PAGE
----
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Interdisciplinary content, contestations of knowledge and informational transparency in engineering curriculum

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journal contribution
posted on 12.06.2015, 10:24 authored by Sarah BarnardSarah Barnard, Tarek HassanTarek Hassan, Andrew Dainty, Barbara Bagilhole
With the introduction of key information sets (KIS) for all university programmes in the UK from 2012, the character, content and delivery of university degrees may be increasingly used by potential students to differentiate between degree programmes. Therefore, developments in curricula and the relationship to the profession are of growing importance. In this paper, we explore the role of programme content in prospective students’ decision-making and describe the prevalence of interdisciplinary content in civil engineering curricula. Following this, we detail student perceptions of interdisciplinary content. It is found that universities currently operate a varied approach to transparency regarding curriculum; students pay little attention to programme content before embarking on their chosen degree; and engineering students view interdisciplinary content in the curriculum with ambivalence, usually ascribing its necessity in the preparation for post-university employment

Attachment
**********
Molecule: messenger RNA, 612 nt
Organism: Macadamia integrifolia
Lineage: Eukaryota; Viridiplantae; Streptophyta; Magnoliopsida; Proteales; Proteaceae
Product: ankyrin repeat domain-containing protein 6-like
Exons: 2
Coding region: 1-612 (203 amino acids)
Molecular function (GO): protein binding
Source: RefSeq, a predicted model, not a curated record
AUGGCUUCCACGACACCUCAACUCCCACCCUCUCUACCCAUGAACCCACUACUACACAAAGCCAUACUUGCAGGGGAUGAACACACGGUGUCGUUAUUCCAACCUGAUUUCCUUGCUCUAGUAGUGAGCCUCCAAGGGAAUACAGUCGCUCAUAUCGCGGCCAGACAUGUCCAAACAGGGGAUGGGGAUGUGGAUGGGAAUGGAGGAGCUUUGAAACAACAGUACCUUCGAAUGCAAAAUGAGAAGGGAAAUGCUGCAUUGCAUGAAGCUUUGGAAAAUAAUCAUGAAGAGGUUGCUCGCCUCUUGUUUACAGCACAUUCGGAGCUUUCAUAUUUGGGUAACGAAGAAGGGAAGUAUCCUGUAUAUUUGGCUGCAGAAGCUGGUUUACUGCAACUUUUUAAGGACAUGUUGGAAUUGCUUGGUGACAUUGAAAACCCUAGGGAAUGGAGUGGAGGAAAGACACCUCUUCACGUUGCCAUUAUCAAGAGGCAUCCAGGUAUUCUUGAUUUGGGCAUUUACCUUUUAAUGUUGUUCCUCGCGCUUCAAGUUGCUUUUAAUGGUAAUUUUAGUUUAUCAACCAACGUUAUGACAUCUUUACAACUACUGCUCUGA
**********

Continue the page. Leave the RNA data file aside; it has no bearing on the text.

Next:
Funding

The research leading to these results has received funding from the European Commission's Seventh Framework Programme FP7/2007–2013 under grant agreement no 230376 – research project HELENA.

History

School

  • Architecture, Building and Civil Engineering

Published in

TEACHING IN HIGHER EDUCATION

Volume

18

Issue

7

Pages

748 - 760 (13)

Citation

BARNARD, S. et al, 2013. Interdisciplinary content, contestations of knowledge and informational transparency in engineering curriculum. Teaching in Higher Education, 18 (7), pp. 748 - 760

Publisher

© Taylor & Francis Ltd

Version

AM (Accepted Manuscript)

Publisher statement

This work is made available according to the conditions of the Creative Commons Attribution-NonCommercial-NoDerivatives 4.0 International (CC BY-NC-ND 4.0) licence. Full details of this licence are available at: https://creativecommons.org/licenses/by-nc-nd/4.0/

Publication date

2013

Notes

This article is an Accepted Manuscript of an article published by Taylor & Francis Group in Teaching in Higher Education, available online at: http://www.tandfonline.com/doi/abs/10.1080/13562517.2013.836089

ISSN

1356-2517

Language

en